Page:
Robert Mann Gallery presents Typologies, an online presentation of works by Jeff Brouws.
Practicing what the artist terms “visual anthropology,” Brouws, over the past thirty years, has persistently pursued a body of work that examines the evolving American landscape through its myriad cultural and industrial artifacts. Taking inspiration from the “anonymous sculpture” studies of Hilla and Bernd Becher, the New Topographics Movement, the deadpan artist books of Ed Ruscha—and with these latest series the topographic surveys of the 19th Century—Brouws has produced visual archives focused mainly on architectural and landscape forms that forge his own photographic territory. Without romanticizing his subject matter, the photographs ask us to consider the historic, economic or social forces that have shaped our built environment—from its initial development to its eventual demise to its rebirth.
Begun in 2019, Brouws’ Railroad Tunnel series’, is not only an homage to U.S. Geological Survey photographers Carleton Watkins and A J. Russell (both of whom photographed the construction of the transcontinental railroads), but also reflects the artist’s life-long interest in the railroad landscape and its environs. As railroad networks expanded and then contracted during the 20th century—due to redundancies, mergers, loss of manufacturing, outsourcing and globalization—rail lines across the United States either remained active, became moribund, or were abandoned. Brouws’s photographs reflect these transitional states, with the tunnels acting as physical examples of “history and technology embedded in the landscape.” That history, like the rails themselves, also speaks to the labor of countless workers who toiled to build them, many dug by hand before dynamite and TNT came into common use. To document these often hidden and out-of-the-way earthworks of the Industrial Age, Brouws utilized contemporary mapping technology, researching the locations online and through Google Earth satellite imagery before venturing into the field.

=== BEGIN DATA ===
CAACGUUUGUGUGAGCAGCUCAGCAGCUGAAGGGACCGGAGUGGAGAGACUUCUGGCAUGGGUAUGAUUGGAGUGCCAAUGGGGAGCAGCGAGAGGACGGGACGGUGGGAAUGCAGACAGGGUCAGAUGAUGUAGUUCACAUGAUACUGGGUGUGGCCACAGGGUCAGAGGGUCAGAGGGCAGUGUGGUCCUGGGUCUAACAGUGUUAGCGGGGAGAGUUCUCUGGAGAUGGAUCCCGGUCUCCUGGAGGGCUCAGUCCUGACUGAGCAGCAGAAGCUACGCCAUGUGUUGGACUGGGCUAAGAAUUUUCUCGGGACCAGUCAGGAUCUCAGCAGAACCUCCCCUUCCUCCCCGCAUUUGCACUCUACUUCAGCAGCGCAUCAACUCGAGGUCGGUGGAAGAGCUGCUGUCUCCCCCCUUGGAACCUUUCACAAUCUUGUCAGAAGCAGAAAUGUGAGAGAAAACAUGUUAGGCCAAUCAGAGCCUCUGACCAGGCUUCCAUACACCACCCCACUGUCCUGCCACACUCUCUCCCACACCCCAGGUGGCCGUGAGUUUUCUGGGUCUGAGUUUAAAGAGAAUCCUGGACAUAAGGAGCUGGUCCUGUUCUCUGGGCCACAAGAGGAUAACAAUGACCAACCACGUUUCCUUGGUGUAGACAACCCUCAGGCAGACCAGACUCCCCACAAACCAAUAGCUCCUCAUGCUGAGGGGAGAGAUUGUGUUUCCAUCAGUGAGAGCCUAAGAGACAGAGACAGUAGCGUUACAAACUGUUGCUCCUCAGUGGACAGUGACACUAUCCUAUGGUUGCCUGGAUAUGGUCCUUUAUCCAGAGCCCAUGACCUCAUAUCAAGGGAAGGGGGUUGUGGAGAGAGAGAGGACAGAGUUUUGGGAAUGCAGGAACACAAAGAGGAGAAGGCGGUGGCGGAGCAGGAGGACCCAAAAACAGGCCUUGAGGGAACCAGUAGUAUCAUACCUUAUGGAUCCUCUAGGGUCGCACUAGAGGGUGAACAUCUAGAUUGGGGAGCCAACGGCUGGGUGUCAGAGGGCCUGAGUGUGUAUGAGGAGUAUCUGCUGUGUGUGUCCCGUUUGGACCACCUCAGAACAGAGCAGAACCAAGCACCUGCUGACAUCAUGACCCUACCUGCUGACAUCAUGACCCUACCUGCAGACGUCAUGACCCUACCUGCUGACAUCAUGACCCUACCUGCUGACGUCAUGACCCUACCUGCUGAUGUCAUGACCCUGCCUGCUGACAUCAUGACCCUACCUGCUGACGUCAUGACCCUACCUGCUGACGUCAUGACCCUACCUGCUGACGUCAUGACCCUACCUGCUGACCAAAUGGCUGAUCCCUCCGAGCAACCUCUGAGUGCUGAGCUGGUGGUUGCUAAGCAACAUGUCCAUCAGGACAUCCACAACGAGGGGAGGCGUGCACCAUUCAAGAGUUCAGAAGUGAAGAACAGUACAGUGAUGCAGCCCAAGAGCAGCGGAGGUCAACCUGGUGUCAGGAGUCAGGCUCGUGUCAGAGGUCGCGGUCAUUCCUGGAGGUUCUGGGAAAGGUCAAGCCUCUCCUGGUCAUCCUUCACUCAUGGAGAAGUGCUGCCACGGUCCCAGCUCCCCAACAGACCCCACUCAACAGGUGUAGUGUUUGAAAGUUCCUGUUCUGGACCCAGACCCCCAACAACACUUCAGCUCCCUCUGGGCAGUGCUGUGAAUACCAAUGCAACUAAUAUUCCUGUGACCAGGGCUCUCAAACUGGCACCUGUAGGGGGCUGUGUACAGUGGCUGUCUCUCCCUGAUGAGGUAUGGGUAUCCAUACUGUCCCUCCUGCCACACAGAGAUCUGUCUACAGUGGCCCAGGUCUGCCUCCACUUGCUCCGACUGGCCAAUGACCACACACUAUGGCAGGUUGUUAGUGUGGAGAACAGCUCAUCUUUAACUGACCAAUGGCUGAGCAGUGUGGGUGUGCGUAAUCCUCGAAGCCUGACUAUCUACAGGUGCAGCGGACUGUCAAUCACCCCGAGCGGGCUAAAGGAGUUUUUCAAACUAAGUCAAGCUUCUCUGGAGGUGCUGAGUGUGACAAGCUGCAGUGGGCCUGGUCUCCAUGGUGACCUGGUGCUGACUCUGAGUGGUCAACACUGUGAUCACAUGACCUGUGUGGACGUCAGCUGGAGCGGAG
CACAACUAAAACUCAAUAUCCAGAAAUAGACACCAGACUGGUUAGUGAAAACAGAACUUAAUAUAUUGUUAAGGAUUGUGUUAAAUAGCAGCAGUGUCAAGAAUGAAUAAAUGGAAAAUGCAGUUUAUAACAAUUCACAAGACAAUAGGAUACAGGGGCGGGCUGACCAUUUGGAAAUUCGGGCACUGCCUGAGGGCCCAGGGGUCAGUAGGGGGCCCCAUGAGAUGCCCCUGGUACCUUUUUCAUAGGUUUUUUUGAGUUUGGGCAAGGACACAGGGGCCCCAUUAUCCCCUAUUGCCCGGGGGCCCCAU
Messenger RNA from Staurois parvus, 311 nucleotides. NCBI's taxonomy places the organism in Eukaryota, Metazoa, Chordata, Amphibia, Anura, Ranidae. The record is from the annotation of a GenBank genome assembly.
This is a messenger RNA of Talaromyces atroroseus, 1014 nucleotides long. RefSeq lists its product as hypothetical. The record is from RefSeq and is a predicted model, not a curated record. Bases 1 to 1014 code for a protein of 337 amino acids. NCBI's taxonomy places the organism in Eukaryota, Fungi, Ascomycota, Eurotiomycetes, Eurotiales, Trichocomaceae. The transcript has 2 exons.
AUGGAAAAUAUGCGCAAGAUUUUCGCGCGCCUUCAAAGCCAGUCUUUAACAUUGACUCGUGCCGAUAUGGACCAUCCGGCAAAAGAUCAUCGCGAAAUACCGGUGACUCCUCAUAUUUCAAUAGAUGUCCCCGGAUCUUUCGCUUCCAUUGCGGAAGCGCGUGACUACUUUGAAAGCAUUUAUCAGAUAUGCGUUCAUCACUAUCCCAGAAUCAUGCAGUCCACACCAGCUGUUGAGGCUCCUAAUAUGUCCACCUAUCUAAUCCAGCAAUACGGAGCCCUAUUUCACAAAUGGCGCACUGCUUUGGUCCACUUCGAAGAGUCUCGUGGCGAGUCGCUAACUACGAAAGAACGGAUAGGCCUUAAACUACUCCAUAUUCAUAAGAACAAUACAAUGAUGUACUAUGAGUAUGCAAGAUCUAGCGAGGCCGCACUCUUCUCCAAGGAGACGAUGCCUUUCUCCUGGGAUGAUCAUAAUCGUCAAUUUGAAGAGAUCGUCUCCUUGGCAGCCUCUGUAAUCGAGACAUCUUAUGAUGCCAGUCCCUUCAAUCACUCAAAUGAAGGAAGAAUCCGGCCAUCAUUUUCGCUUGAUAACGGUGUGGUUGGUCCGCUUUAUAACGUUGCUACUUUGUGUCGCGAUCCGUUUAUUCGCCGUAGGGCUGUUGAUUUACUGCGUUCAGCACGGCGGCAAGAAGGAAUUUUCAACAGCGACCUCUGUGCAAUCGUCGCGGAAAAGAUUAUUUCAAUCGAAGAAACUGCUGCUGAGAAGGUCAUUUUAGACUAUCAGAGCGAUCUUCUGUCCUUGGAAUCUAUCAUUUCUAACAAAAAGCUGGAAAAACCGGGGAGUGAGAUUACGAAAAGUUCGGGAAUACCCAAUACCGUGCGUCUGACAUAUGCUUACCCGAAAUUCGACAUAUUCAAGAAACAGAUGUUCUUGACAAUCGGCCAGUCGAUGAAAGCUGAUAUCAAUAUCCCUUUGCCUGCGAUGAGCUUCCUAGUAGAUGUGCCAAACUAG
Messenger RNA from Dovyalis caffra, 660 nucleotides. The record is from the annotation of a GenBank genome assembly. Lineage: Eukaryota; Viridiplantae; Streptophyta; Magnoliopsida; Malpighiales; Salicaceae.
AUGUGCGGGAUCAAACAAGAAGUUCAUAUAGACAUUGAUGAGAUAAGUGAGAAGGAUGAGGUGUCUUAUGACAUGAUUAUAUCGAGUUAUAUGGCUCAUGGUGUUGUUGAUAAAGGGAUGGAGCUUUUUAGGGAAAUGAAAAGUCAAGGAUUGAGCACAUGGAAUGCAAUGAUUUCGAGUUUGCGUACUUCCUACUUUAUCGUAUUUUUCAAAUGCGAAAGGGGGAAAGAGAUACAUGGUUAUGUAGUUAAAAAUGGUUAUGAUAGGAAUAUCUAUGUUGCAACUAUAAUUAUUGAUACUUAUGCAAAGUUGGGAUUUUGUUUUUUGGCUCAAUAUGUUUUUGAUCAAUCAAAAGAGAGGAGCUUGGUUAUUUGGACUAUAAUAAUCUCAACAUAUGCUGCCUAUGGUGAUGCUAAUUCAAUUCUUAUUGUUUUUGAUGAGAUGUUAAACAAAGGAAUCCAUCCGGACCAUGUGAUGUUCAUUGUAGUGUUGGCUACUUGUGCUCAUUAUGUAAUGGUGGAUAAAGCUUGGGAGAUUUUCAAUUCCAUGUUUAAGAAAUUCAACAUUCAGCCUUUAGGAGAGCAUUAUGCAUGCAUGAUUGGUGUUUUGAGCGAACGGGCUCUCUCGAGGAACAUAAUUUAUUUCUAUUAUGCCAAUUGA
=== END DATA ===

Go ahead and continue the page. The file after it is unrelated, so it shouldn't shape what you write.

Similarly, but more aligned with the Becher’s “anonymous sculpture” modalities, Brouws has spent the last decade assembling a collection of electrical substation photographs, exploring their varied, yet recognizable structural forms as “readymade” or “found” pieces of unintended industrial sculpture. Anticipating that the rise of wind and solar power will necessitate a reinvention of the grid, these substations will also be rebuilt, torn down or abandoned. As with the tunnels, Brouws uses photography in this capacity as both an aesthetic tool and mechanism for preserving history, recording for posterity the infrastructure that is essential to our everyday life but goes mostly unnoticed.
Jeff Brouws : Typologies
Until November 3rd, 2022
Robert Mann Gallery
14 East 80th Street, Penthouse
New York NY 10075